Republican Dan Kapanke is back and looking to reclaim the state senate seat he lost to Jennifer Shilling in 2011.
Shilling recently stepped down from the District 32 seat, clearing the way for Democrat Brad Pfaff to run, setting up a rematch of the election he lost to Kapanke in 2004.
District 32 covers all of Crawford and La Crosse counties, most of Vernon County and part of Monroe County.
Kapanke (pictured above), is the owner of the La Crosse Loggers, and held the seat from 2004 to 2011. He made a crucial vote in the state senate in favor of Gov. Scott Walker’s Act 10 legislation that stripped public sector unions of most collective bargaining rights, and then lost his seat in the 2011 recall elections.
Act 10 devastated public sector unions in Wisconsin, and has led to a decline in the quality of key public sector jobs. But Kapanke, speaking in 2016, had no regrets about his vote in favor of the reforms.
″The state is better than we were and we certainly haven’t suffered,” Kapanke told the Associated Press. “It was a difficult vote, no question about it. But I’m convinced it was the right thing to do.”
More recently, Kapanke tweeted that Act 10 had saved “thousands of jobs” and generated $12 billion in savings for taxpayers. He neglects to mention that those “savings” came by slashing benefits for public employees like school teachers.
Kapanke has been campaigning across District 32 with what appears to be a complete disregard for the COVID-19 pandemic. His twitter feed is peppered with pictures of him taken over recent weeks enjoying close encounters with groups of people, often arm-in-arm, and always without a mask.
Kapanke will face a stiff challenge from Pfaff, in the rematch of their 2004 duel. The pair have been working overtime to see who can do a better job extolling the virtues of the embattled but beloved Wisconsin family farm, and Pfaff may just have an edge. After all, Pfaff is a man who one state senator memorably said “bleeds manure.”
Last year, Pfaff was fired by the Republican-controlled Senate after a political fight that was connected to a mild attempt to impose some regulations on CAFOs that was later dropped.
However, Pfaff has friends in high places and in November, not long after he was fired, he was hired by Gov. Tony Evers as the state’s Director Of Business and Rural Development on a salary of $120,000. The previous incumbent was paid a salary of $87,000 but Pfaff’s substantially higher pay was justified due to newly expanded responsibilities for the role. Within a few months of taking the job, Pfaff announced he was running for Shilling’s old seat.
Pfaff is an alumni of U.S. Rep. Ron Kind’s office (as is Jennifer Shilling), having worked for the congressman for over a decade, before taking a job with the Obama administration as the Wisconsin State Executive Director for the Farm Service Agency at the USDA. After Trump’s election, Pfaff left that job and returned for a time to Kind’s office.
It seems Pfaff has picked up some lessons from both Kind and Obama, who are masters of bland “bipartisan” messaging, that never really says much, but at least doesn’t offend anyone.
For example, a recent campaign statement from Pfaff declared: “I’ll bring western Wisconsin values and common sense to Madison. We need to stop dividing each other and start mending fences.”
Pfaff’s firing by the Republican-controlled Senate seems to have been largely based on the fact that he had the temerity to support a rule that would have offered some protection from the health risks of CAFOs (Concentrated Animal Feeding Operations) to people who live near those facilities.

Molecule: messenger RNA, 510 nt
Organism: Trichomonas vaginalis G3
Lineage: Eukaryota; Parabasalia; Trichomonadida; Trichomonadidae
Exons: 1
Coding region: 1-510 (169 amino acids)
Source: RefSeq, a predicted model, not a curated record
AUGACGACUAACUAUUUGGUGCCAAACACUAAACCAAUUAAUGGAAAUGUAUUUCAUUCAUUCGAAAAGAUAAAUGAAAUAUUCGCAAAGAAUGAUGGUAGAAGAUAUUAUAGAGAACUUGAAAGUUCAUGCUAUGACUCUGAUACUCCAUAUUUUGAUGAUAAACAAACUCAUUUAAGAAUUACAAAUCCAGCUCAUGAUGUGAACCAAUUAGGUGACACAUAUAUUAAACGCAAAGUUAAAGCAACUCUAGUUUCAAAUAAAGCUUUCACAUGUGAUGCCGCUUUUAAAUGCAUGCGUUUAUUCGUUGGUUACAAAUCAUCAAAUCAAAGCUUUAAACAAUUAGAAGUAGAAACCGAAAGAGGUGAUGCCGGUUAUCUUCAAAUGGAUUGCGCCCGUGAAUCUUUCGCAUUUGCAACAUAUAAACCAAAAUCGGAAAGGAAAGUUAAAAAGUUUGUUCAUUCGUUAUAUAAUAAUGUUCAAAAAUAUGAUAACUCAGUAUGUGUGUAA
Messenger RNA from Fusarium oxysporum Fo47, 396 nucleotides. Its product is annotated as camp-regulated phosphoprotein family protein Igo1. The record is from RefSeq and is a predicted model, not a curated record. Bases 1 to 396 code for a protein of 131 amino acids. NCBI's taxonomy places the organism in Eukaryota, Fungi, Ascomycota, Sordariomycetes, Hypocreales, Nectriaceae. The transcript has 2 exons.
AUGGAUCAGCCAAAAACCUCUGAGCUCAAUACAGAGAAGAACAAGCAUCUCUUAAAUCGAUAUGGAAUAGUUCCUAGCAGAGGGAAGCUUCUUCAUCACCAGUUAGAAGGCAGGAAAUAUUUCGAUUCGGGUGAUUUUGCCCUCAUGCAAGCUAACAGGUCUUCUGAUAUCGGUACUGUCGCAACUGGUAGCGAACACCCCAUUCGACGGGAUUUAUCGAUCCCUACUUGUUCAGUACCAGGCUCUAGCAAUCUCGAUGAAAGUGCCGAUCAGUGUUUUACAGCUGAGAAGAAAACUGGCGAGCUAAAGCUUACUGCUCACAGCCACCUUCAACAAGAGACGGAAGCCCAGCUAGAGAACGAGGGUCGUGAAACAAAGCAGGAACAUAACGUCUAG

In the face of Republican opposition, Pfaff eventually dropped the proposal, but it was too late. He had provoked the ire of Republicans and their agri-business allies, who voted to fire a member of the governor’s cabinet for the first time since the 1980s.
What was this terrible regulation that was so bad it forced Republicans to take a near unprecedented step in firing Pfaff?
Pfaff had proposed rules that would have increased restrictions on runoff from CAFOs to protect groundwater from manure leaks. Additionally, the regulations would have required farms with at least 500 animals to site manure storage facilities at least 600 feet from neighbor’s property lines. The move would have been a small step toward reducing the stench and risk of pollution for those neighbors.
CAFOs are a monstrous creation that show the failure of the kind of low-cost, high-efficiency factory farming that dominates the world today.
By dropping the proposed regulations, it seemed Pfaff was attempting to show he’d learned his lesson when he made the mistake of making a minor attempt to regulate CAFOs. But so extreme have Republicans become, Pfaff’s decision to drop the move wasn’t enough, and he was booted anyway.
With the backing of the Wisconsin Democratic establishment, Pfaff will have strong financial support in his bid to defeat Kapanke. The Democrat appears to be hewing firmly to the centrist wing of the party, and likely expected to face little pressure from the left, given who he’s running against, and the the slim majority Republicans hold in the senate, which could make the District 32 election pivotal.
However, there has been a late entrant to the race who will present a grassroots challenge to Pfaff in the Democratic primary. That candidate is Jayne Swiggum of Gays Mills, who has over 20 years experience working as a nurse and has pledged not to take any campaign contributions from any source. Check back to The La Crosse Independent this weekend, when we’ll post an interview with Swiggum to find out what she’s planning to bring to the campaign.
The District 32 Democratic primary is August 11, with the general election to follow on Nov. 3.
Featured photo: Dan Kapanke (left) pictured during the 2011 election campaign. Credit: WisPolitics.com – Kapanke Campaign/CC BY-SA 2.0
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